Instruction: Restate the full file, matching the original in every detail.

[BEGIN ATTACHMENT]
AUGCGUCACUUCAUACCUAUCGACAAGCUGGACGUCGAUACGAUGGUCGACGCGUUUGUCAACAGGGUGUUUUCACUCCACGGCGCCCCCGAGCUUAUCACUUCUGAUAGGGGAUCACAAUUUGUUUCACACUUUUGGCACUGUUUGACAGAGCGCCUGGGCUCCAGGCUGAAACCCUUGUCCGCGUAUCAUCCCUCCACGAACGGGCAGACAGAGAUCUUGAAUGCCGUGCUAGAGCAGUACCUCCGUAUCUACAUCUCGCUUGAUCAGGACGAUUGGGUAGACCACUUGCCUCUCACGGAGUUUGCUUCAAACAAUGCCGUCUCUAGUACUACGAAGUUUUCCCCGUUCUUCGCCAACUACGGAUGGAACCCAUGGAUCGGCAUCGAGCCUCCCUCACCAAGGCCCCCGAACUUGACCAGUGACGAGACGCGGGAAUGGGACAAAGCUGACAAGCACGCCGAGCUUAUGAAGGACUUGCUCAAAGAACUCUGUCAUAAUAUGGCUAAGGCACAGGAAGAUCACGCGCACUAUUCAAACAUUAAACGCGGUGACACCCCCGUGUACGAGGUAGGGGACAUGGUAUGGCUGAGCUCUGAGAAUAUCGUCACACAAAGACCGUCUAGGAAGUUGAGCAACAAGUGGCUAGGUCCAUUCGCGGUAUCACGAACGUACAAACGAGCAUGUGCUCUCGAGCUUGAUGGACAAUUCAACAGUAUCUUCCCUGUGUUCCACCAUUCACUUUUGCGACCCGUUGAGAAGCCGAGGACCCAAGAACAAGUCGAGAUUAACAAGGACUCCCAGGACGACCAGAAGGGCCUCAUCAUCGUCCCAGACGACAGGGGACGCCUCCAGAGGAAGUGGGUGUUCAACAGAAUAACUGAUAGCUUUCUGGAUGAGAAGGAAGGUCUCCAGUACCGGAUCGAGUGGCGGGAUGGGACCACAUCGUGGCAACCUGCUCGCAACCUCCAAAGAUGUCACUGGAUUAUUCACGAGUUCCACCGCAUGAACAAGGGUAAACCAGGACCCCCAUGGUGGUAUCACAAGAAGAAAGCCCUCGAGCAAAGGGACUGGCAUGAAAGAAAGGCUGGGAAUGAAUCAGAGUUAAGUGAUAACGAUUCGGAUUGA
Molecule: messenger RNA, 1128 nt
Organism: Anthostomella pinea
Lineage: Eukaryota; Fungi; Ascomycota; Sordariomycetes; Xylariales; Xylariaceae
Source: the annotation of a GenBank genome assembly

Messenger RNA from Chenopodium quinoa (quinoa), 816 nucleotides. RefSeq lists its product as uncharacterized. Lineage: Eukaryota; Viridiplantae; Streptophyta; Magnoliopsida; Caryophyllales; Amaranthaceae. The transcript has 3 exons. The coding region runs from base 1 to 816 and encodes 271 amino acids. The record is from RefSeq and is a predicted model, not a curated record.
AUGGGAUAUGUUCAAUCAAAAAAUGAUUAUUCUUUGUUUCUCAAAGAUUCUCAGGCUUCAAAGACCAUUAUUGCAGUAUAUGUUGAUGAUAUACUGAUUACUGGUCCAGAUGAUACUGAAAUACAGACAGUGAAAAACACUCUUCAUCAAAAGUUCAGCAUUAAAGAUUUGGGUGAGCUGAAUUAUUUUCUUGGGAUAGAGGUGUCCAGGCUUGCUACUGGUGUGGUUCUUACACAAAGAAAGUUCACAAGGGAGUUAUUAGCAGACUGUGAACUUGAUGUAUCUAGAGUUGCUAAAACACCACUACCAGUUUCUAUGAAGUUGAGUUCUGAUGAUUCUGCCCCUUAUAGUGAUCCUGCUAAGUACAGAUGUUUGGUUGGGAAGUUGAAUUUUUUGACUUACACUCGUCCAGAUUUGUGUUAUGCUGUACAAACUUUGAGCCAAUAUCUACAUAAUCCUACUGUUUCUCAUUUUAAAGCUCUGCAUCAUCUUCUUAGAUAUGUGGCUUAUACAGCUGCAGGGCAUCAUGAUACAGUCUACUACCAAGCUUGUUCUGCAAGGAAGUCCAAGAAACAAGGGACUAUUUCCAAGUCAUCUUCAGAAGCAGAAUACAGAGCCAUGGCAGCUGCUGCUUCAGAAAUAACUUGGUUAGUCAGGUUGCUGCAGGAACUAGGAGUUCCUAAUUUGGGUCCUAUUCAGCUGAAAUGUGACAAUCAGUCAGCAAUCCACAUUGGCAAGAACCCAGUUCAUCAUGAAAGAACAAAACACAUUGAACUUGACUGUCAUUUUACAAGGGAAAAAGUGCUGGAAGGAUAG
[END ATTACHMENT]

AUGCGUCACUUCAUACCUAUCGACAAGCUGGACGUCGAUACGAUGGUCGACGCGUUUGUCAACAGGGUGUUUUCACUCCACGGCGCCCCCGAGCUUAUCACUUCUGAUAGGGGAUCACAAUUUGUUUCACACUUUUGGCACUGUUUGACAGAGCGCCUGGGCUCCAGGCUGAAACCCUUGUCCGCGUAUCAUCCCUCCACGAACGGGCAGACAGAGAUCUUGAAUGCCGUGCUAGAGCAGUACCUCCGUAUCUACAUCUCGCUUGAUCAGGACGAUUGGGUAGACCACUUGCCUCUCACGGAGUUUGCUUCAAACAAUGCCGUCUCUAGUACUACGAAGUUUUCCCCGUUCUUCGCCAACUACGGAUGGAACCCAUGGAUCGGCAUCGAGCCUCCCUCACCAAGGCCCCCGAACUUGACCAGUGACGAGACGCGGGAAUGGGACAAAGCUGACAAGCACGCCGAGCUUAUGAAGGACUUGCUCAAAGAACUCUGUCAUAAUAUGGCUAAGGCACAGGAAGAUCACGCGCACUAUUCAAACAUUAAACGCGGUGACACCCCCGUGUACGAGGUAGGGGACAUGGUAUGGCUGAGCUCUGAGAAUAUCGUCACACAAAGACCGUCUAGGAAGUUGAGCAACAAGUGGCUAGGUCCAUUCGCGGUAUCACGAACGUACAAACGAGCAUGUGCUCUCGAGCUUGAUGGACAAUUCAACAGUAUCUUCCCUGUGUUCCACCAUUCACUUUUGCGACCCGUUGAGAAGCCGAGGACCCAAGAACAAGUCGAGAUUAACAAGGACUCCCAGGACGACCAGAAGGGCCUCAUCAUCGUCCCAGACGACAGGGGACGCCUCCAGAGGAAGUGGGUGUUCAACAGAAUAACUGAUAGCUUUCUGGAUGAGAAGGAAGGUCUCCAGUACCGGAUCGAGUGGCGGGAUGGGACCACAUCGUGGCAACCUGCUCGCAACCUCCAAAGAUGUCACUGGAUUAUUCACGAGUUCCACCGCAUGAACAAGGGUAAACCAGGACCCCCAUGGUGGUAUCACAAGAAGAAAGCCCUCGAGCAAAGGGACUGGCAUGAAAGAAAGGCUGGGAAUGAAUCAGAGUUAAGUGAUAACGAUUCGGAUUGA
Molecule: messenger RNA, 1128 nt
Organism: Anthostomella pinea
Lineage: Eukaryota; Fungi; Ascomycota; Sordariomycetes; Xylariales; Xylariaceae
Source: the annotation of a GenBank genome assembly

Messenger RNA from Chenopodium quinoa (quinoa), 816 nucleotides. RefSeq lists its product as uncharacterized. Lineage: Eukaryota; Viridiplantae; Streptophyta; Magnoliopsida; Caryophyllales; Amaranthaceae. The transcript has 3 exons. The coding region runs from base 1 to 816 and encodes 271 amino acids. The record is from RefSeq and is a predicted model, not a curated record.
AUGGGAUAUGUUCAAUCAAAAAAUGAUUAUUCUUUGUUUCUCAAAGAUUCUCAGGCUUCAAAGACCAUUAUUGCAGUAUAUGUUGAUGAUAUACUGAUUACUGGUCCAGAUGAUACUGAAAUACAGACAGUGAAAAACACUCUUCAUCAAAAGUUCAGCAUUAAAGAUUUGGGUGAGCUGAAUUAUUUUCUUGGGAUAGAGGUGUCCAGGCUUGCUACUGGUGUGGUUCUUACACAAAGAAAGUUCACAAGGGAGUUAUUAGCAGACUGUGAACUUGAUGUAUCUAGAGUUGCUAAAACACCACUACCAGUUUCUAUGAAGUUGAGUUCUGAUGAUUCUGCCCCUUAUAGUGAUCCUGCUAAGUACAGAUGUUUGGUUGGGAAGUUGAAUUUUUUGACUUACACUCGUCCAGAUUUGUGUUAUGCUGUACAAACUUUGAGCCAAUAUCUACAUAAUCCUACUGUUUCUCAUUUUAAAGCUCUGCAUCAUCUUCUUAGAUAUGUGGCUUAUACAGCUGCAGGGCAUCAUGAUACAGUCUACUACCAAGCUUGUUCUGCAAGGAAGUCCAAGAAACAAGGGACUAUUUCCAAGUCAUCUUCAGAAGCAGAAUACAGAGCCAUGGCAGCUGCUGCUUCAGAAAUAACUUGGUUAGUCAGGUUGCUGCAGGAACUAGGAGUUCCUAAUUUGGGUCCUAUUCAGCUGAAAUGUGACAAUCAGUCAGCAAUCCACAUUGGCAAGAACCCAGUUCAUCAUGAAAGAACAAAACACAUUGAACUUGACUGUCAUUUUACAAGGGAAAAAGUGCUGGAAGGAUAG